CHICAGO (AP) — Illinois is among a dozen states where the number of new enrollees surpassed projections for the expansion of Medicaid under President Barack Obama's health law. While the surge in sign-ups lifts the number of insured people, it has also stoked worries about the future cost to taxpayers.
Illinois and Cook County eventually will have to bear 10 percent of the cost of expanding the safety-net insurance program for the poor. The federal government agreed to pay all costs for the expansion through 2016, but it will begin lowering its share in 2017.
More than twice as many Illinois residents have enrolled under the expansion than was projected by former Democratic Gov. Pat Quinn's administration. It expected 298,000 people to sign up in 2015, but 623,000 newly eligible Illinoisans enrolled by the end of June. Sign-ups have outstripped forecasts in at least a dozen states, according to a new analysis by The Associated Press.
It's unclear why the Illinois estimates were so off, said Laurence Msall, president of the Civic Federation, a Chicago-based, nonpartisan government research organization. Consultants the state used couldn't have known how Cook County's expansion of Medicaid a year early, under a special arrangement with the federal government, would drive thousands to sign up. Or how a multimillion-dollar advertising campaign funded by federal grants would persuade many more.
With more people getting free health care, costs to Illinois and Cook County will increase as the federal government scales back what it pays from 100 percent to 90 percent by 2020.
In 2020, the Medicaid expansion will cost the state $208.6 million and Cook County $72.6 million, according to new projections from Gov. Bruce Rauner's administration. That year, the federal government's share of the Medicaid expansion costs will be $3.03 billion.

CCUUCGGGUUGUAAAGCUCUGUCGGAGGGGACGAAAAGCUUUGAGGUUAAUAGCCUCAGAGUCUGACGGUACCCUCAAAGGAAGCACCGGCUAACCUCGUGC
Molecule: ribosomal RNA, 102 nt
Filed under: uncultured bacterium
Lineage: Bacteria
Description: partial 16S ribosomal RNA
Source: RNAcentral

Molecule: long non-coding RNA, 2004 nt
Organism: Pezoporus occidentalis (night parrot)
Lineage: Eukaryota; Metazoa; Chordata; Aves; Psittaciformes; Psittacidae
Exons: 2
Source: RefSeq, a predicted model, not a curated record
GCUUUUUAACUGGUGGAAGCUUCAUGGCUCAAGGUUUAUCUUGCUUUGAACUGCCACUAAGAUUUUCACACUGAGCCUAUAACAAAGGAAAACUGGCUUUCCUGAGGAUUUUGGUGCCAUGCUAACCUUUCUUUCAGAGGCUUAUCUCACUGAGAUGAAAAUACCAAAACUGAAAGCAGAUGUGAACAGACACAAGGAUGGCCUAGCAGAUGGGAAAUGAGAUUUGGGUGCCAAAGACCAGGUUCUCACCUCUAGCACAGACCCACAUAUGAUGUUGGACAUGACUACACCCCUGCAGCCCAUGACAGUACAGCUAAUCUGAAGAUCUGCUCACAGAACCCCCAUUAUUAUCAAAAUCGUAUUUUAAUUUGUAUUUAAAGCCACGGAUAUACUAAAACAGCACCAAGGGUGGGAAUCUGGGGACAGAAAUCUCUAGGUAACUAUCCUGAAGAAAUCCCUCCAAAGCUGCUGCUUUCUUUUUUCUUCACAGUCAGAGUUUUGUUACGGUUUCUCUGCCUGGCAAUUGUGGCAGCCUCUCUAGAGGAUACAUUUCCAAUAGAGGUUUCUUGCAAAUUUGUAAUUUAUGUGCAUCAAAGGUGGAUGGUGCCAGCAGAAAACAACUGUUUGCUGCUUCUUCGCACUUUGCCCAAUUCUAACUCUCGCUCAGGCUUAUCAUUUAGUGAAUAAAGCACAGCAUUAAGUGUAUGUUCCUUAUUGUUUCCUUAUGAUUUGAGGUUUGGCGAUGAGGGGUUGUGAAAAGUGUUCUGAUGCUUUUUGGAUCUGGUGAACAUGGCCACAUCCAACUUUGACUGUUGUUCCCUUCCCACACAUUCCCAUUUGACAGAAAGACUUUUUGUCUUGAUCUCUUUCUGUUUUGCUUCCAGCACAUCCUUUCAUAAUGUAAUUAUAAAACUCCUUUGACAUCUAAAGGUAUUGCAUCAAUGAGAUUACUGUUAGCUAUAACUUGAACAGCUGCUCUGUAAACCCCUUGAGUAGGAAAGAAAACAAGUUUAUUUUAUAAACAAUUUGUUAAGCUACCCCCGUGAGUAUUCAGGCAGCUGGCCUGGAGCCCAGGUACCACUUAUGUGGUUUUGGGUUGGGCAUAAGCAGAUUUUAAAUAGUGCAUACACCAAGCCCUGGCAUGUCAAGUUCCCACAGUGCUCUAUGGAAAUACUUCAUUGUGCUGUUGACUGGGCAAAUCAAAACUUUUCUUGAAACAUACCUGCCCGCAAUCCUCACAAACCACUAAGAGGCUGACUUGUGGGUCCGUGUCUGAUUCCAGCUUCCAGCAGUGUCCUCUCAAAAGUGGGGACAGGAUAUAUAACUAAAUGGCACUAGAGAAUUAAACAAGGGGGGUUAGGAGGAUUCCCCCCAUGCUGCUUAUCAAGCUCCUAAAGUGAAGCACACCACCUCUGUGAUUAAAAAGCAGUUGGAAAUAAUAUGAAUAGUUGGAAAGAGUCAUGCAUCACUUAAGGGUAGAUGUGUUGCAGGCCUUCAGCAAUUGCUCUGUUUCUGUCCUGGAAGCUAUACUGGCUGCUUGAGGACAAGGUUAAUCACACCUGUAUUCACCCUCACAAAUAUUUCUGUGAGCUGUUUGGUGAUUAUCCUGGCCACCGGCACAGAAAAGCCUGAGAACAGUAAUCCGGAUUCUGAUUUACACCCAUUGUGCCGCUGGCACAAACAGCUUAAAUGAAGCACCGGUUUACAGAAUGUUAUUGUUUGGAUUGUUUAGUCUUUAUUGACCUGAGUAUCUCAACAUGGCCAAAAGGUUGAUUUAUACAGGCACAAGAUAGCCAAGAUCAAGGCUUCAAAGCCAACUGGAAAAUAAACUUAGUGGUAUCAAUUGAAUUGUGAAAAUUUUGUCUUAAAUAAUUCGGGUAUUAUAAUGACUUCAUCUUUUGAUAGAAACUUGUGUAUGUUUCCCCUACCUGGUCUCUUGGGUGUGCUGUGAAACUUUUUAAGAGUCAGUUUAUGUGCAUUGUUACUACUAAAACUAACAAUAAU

"These impending added costs are one more reason Illinois needs to control the reckless spending of the past right now," Illinois Department of Healthcare and Family Services spokesman John Hoffman said in an emailed statement.
Dr. Jay Shannon, CEO of the Cook County Health and Hospitals System, said the economic benefits to health care providers can offset the costs. After the Medicaid expansion, the county's taxpayer-funded health system flipped from serving mostly uninsured to mostly insured patients. Before expansion, more than half the patients using county hospitals and clinics had no insurance; now about two-thirds are insured.
"For the first time in this organization's history, we have a majority-insured population," Shannon said. "That's entirely because of the Medicaid expansion."
He said the expansion has already saved county taxpayers money and will continue to do so. The county's unreimbursed care costs fell from more than $500 million in 2013 to $342 million in 2014.
Chicago resident Earl Charles Williams Sr. is among the newly insured. The 59-year-old part-time social worker said he can't imagine what his life would be like without the Medicaid expansion and the county doctor who helps him keep his diabetes under control.
"I'm very grateful," Williams said. "I do feel every American should have insurance."